Tuesday, February 5, 2008

Play With Your Peas: A game prototyping challenge


Oh la la! It is time for another game prototyping challenge. As has become the tradition around here, you provide the brilliant code and I provide you with a complete set of free graphics that help make you look spiffy.

This game design stems from a peculiar fetish of mine. I don't normally talk about this in public, but...how to say this. I have a thing for casual building games filled with adorable little creatures. Late at night, when the rest of the world is busy sleeping, you'll find me fantasizing about the lurid offspring of Lemmings and SimGolf. For a moment, close your eyes and savor the sweet thought of DMA's DNA all mixed up with Will and Sid's unappreciated love child. Oh yes.

The game idea inspired by these questionable thoughts is called Play With Your Peas. Here are the basics:
  • Peas: You have a bunch of fun loving sentient peas that like to climb tall objects and jump off of them. They think they are ninjas. You know they are suicidal.
  • Happy points: If the peas land safely, they generate happy points. The more things that they bounce off of on the way down, the more points you get. Think of a successful pea landing like scoring a combo in Tony Hawk.
  • What you do: Here's the trick. You can't manipulate the peas. You can only add blocks to the landscape. Add a soft landing spot and your falling peas won't splat. Add a spring in the right spot and they'll fly up into the air. Can you build a brilliant playground that delights your peas?
  • Score: Your score is the time it takes you to reach 20 million points. If you want to simply play with your peas, go for it. If you want to beat the high scores, you must be Elite and build your landscape with great efficiency so that you maximize your pea combos.
Many thanks to Axcho for dredging up this ancient design from the dusty storage shed of my past.


Game Tokens
There are only a few types of elements on the screen
  • Peas: Little AI characters that run around the environment. You can't interact with them directly.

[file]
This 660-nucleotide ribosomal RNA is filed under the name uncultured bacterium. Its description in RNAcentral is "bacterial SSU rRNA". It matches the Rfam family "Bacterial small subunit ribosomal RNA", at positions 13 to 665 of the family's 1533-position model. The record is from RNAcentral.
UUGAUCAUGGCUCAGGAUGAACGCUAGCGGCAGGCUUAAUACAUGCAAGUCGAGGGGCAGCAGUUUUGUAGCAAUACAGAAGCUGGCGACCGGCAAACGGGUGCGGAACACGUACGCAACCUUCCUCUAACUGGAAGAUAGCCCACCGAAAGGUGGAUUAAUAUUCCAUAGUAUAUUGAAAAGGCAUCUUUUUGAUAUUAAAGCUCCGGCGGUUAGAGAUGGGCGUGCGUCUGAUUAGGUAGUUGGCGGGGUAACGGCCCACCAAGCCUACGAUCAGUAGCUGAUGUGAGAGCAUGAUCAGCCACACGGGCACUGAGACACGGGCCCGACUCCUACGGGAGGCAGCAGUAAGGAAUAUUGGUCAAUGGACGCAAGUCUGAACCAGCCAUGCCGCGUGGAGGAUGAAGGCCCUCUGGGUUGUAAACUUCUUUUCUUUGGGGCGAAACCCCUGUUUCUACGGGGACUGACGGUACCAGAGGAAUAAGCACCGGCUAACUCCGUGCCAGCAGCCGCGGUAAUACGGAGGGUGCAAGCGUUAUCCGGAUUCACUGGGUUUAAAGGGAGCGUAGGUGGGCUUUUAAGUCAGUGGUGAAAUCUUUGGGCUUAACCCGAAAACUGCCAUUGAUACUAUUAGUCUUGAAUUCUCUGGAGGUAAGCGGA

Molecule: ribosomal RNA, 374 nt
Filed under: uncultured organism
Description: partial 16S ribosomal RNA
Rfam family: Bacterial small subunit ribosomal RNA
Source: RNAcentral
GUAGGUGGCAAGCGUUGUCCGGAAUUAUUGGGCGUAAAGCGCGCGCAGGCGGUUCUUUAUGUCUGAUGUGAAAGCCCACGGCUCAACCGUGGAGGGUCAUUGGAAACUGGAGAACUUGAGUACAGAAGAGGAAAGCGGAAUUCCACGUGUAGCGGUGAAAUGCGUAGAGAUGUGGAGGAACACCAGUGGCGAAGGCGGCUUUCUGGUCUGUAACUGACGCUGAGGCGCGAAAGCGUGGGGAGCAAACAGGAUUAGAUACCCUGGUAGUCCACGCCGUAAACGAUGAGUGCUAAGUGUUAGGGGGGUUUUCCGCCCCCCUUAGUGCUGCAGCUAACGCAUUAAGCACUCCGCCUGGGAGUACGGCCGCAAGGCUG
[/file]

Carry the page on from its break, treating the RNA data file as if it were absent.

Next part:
• Plate: All action takes place in a box that bounds the sides and bottoms of the screen. No objects can exist outside of the screen.
  • Blocks: The user can place blocks on the screen. There are multiple types of blocks such as platforms, springs, jello and more.
  • Flags: These mark the spots where peas have lept from in the past.
  • Tools: A sidebar of tools that lets you choose the type of block to place.
  • Happy Score: A counter that tells you how many happy points you've collected so far.
  • Time: A counter that tells you how much time has elapsed since the beginning of the level.
Basic Pea AI
Peas have three main modes:
  • Navigating the environment: In its primary mode, the pea navigates the environment in an attempt to reach a jumping spot.
  • Falling: When a pea is falling, it is treated like a simple bouncy ball interacting with the world.
  • Being scored: Once a falling pea comes to a rest, it is scored.
Navigating the environment
The peas traverse the environment in search of ledges to jump off. This is the hard part of building this particular game design. I'll describe the high level behavior, but I leave the implementation as an exercise for the mad programmers of the world.
  • Look for a ledge: After a pea is scored, it immediately looks for a nearby ledge to jump from.